I doubt that Professor Sunstein and I would disagree about any of the foregoing. The difficulties arise when one moves from administrative decisions that exercise delegated authority, following public procedures and subject to judicial supervision, to less formal executive behavior—to behavior that does not profit from the same level of public engagement and may, indeed, escape the effective oversight even of politically responsible agency heads. Sunstein relies on cases like Hearst and Chevron—cases in which agencies followed formal, public procedures in carrying out delegated authority—for the much broader claim that courts must also defer to less formal executive behavior—to choices made away from public scrutiny and without full administrative oversight.

It is striking that the “most important” case Professor Sunstein invokes as exemplifying the Court’s tendency to sometimes give “relatively little deference to agencies,” Citizens To Preserve Overton Park v. Volpe, was the latter sort of case, and not the product of APA rulemaking or adjudication. The practice of intensive, “hard look” review of the reasonableness of agency action that this case foreshadowed, with its insistence on reason-giving and regularity, does not embody distrust of agency discretion in the sense of denying primary agency responsibility for the matter being reviewed. Instead, “hard look” review accepts the agency’s responsibility, but asserts the need for careful review given the consequences of agency action—and does so out of the same congeries of factors that Professor Sunstein evokes, including a healthy respect for the fox-henhouse problem. If we put aside the ordinary procedures for public engagement in executive action, including the possibility of reviewing it on the basis of some kind of administrative record, haven’t we simply set the fox free? There is a “high risk of unreliable or biased interpretations” where agency interpretations are not the product of public procedures; and that risk increases when the interpreter has some assurance that the very fact of its making an interpretation may entitle it to prevail.

Professor Sunstein most strongly urges the persuasiveness of Chevron analysis for these informal kinds of decision in Part II of his essay, entitled “Marbury’s Revenge?” As he has in previous essays, he expresses doubt about the soundness of the Court’s decision in United States v. Mead Corp., in which the Supreme Court refused to apply Chevron to a Customs Bureau interpretive letter that had not been the product of APA rulemaking or other public procedures. In my judgment, however, Mead and the decisions that have followed it—Gonzales most recently—get matters about right. Within Marbury, the courts have the duty to determine agencies’ authority to act—that is, the duty to determine whether Congress intended the agency to have the primary responsibility to interpret the law, and if so following what procedures, subject only to the usual judicial review of administrative action; or, rather, whether that primary responsibility lies with the courts. That duty is “emphatically the province and duty of the judicial department,” and is “exclusively a judicial function,” the irreducible minimum of the judicial task. And this is the duty the Court performed in Mead. This is not a restriction of Chevron’s domain unless we are to assume from the outset that Chevron marked an unprincipled retreat from courts’ duties. If it did mark such a retreat, we should be relieved that in Mead the judiciary has now discovered that it, and not the fox, is responsible for identifying the relevant fences.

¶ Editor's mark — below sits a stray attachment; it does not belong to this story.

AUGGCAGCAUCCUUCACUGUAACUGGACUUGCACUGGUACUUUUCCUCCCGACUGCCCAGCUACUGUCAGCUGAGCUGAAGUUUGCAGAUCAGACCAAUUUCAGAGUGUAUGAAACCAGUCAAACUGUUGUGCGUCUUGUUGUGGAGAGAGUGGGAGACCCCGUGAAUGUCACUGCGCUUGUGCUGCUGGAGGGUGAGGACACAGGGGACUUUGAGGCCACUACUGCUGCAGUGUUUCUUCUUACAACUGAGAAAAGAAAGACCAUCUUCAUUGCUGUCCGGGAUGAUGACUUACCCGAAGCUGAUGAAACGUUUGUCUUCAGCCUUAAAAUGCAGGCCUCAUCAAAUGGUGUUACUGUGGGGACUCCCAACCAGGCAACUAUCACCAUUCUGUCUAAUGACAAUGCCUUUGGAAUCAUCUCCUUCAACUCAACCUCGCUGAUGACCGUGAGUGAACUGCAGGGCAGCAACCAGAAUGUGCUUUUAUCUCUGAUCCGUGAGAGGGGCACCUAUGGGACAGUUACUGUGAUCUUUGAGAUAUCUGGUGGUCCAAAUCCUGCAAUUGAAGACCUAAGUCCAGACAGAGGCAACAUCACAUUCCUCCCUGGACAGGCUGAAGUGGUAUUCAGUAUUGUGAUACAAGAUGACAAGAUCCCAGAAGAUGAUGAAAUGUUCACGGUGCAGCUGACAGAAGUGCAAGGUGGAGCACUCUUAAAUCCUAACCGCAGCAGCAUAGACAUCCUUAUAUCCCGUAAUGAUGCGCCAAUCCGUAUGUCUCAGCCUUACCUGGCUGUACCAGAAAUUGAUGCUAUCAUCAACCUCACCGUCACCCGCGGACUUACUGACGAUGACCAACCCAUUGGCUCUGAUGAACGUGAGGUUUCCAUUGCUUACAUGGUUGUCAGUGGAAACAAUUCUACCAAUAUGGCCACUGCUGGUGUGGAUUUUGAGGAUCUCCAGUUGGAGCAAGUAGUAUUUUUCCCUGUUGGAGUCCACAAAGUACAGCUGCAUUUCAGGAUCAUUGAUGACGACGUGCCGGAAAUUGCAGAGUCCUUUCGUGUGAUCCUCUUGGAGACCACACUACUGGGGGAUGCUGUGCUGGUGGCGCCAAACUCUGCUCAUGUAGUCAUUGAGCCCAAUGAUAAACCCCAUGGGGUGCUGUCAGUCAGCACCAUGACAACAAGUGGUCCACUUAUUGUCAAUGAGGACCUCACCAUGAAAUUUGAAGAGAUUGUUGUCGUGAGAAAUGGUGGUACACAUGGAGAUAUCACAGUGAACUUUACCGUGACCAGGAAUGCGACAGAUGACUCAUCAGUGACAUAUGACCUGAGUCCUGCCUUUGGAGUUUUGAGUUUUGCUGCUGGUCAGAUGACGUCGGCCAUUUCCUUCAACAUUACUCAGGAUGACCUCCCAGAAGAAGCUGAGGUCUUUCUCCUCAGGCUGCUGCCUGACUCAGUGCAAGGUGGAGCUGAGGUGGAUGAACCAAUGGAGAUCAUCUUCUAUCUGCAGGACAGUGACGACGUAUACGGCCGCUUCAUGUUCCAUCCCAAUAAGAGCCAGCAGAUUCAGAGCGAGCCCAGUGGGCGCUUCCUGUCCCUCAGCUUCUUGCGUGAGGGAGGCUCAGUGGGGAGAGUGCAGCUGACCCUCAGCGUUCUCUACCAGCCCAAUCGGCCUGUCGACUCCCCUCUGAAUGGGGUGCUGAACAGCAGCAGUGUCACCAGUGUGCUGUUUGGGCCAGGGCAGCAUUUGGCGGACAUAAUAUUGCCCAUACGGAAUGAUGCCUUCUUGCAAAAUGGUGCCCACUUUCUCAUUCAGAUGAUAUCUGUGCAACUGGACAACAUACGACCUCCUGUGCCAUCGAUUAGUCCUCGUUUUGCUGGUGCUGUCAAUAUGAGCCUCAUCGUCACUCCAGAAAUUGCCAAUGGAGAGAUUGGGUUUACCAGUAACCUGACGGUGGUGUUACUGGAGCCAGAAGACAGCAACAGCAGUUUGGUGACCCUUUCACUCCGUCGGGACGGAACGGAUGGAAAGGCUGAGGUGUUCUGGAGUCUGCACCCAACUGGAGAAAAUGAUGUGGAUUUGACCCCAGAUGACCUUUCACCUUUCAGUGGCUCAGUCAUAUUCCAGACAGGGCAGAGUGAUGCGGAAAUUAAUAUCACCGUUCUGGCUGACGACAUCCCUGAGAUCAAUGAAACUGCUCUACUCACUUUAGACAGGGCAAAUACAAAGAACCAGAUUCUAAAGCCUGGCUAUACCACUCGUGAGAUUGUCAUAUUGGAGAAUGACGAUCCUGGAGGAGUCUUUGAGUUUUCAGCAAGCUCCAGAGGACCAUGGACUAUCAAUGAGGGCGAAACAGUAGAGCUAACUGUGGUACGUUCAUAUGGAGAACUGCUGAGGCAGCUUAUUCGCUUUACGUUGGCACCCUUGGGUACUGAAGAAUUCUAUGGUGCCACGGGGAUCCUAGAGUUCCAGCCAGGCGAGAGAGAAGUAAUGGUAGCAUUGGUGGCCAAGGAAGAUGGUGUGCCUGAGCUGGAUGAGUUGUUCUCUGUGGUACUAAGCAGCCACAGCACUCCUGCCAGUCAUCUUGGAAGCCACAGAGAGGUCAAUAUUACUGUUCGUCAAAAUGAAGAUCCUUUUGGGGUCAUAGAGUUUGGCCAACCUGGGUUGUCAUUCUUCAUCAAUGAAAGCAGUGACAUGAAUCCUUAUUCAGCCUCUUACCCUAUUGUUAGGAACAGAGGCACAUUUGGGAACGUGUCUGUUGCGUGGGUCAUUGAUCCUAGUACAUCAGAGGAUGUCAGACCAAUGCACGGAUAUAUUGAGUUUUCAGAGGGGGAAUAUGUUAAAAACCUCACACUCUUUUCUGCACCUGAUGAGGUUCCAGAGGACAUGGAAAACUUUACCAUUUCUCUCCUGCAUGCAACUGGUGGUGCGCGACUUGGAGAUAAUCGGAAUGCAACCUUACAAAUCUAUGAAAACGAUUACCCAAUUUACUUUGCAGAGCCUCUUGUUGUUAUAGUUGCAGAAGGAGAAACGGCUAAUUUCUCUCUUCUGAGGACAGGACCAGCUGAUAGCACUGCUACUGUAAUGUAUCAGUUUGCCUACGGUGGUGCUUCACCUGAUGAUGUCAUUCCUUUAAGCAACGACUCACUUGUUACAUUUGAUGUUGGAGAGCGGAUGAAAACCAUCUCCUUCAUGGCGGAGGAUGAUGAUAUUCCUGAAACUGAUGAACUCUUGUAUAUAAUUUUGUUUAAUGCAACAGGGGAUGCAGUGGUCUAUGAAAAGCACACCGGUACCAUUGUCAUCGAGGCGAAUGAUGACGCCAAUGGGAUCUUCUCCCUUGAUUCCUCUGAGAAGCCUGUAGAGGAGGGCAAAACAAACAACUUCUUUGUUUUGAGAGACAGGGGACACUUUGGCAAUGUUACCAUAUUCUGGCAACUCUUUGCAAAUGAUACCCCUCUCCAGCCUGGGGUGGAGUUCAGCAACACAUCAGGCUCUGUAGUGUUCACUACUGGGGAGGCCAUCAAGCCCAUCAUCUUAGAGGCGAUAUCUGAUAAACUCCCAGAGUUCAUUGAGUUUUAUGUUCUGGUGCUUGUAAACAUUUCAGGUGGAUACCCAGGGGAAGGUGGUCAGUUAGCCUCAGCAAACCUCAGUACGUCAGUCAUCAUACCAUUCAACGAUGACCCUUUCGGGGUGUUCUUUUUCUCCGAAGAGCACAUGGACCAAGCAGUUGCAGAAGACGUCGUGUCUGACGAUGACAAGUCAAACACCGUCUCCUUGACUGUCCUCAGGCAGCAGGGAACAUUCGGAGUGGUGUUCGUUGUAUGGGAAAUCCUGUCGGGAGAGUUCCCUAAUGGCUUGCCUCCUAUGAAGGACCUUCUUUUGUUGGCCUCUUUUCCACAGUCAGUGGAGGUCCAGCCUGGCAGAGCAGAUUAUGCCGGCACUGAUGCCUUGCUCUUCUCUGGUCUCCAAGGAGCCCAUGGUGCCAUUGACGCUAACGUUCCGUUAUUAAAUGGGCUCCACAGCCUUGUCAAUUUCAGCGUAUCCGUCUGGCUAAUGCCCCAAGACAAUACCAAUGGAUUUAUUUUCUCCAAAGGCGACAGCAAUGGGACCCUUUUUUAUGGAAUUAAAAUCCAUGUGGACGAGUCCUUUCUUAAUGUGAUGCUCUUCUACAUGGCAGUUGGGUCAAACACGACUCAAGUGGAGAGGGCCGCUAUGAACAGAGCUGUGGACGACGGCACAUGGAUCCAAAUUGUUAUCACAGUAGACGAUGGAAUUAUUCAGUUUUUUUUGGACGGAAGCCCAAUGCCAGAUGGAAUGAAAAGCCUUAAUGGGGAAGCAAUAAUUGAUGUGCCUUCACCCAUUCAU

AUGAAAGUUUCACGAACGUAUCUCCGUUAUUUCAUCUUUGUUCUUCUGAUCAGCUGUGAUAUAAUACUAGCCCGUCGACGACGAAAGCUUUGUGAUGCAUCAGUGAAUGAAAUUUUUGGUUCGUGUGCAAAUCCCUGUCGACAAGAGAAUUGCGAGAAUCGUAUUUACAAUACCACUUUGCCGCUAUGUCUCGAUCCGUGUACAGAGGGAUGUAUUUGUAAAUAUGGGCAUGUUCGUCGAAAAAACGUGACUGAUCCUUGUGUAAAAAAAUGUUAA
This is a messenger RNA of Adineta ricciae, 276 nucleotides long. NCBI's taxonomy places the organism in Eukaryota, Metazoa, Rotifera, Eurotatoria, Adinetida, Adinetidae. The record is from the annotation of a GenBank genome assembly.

The problem with the proposition that “pure questions of law” are for the courts, and mixed questions of law and fact are for agencies, is about the same. Administrative Law teachers for decades enjoyed torturing their students with the contrast between Hearst, where the Court said it had been given to the NLRB to say whether newsboys were “employees” within the meaning of the statute, and Packard Motor Car Co. v. NLRB, which seemed totally to disregard the NLRB’s view of whether foremen could come within the statute. But if we regard the fence—the difference between the question what a statute could mean and the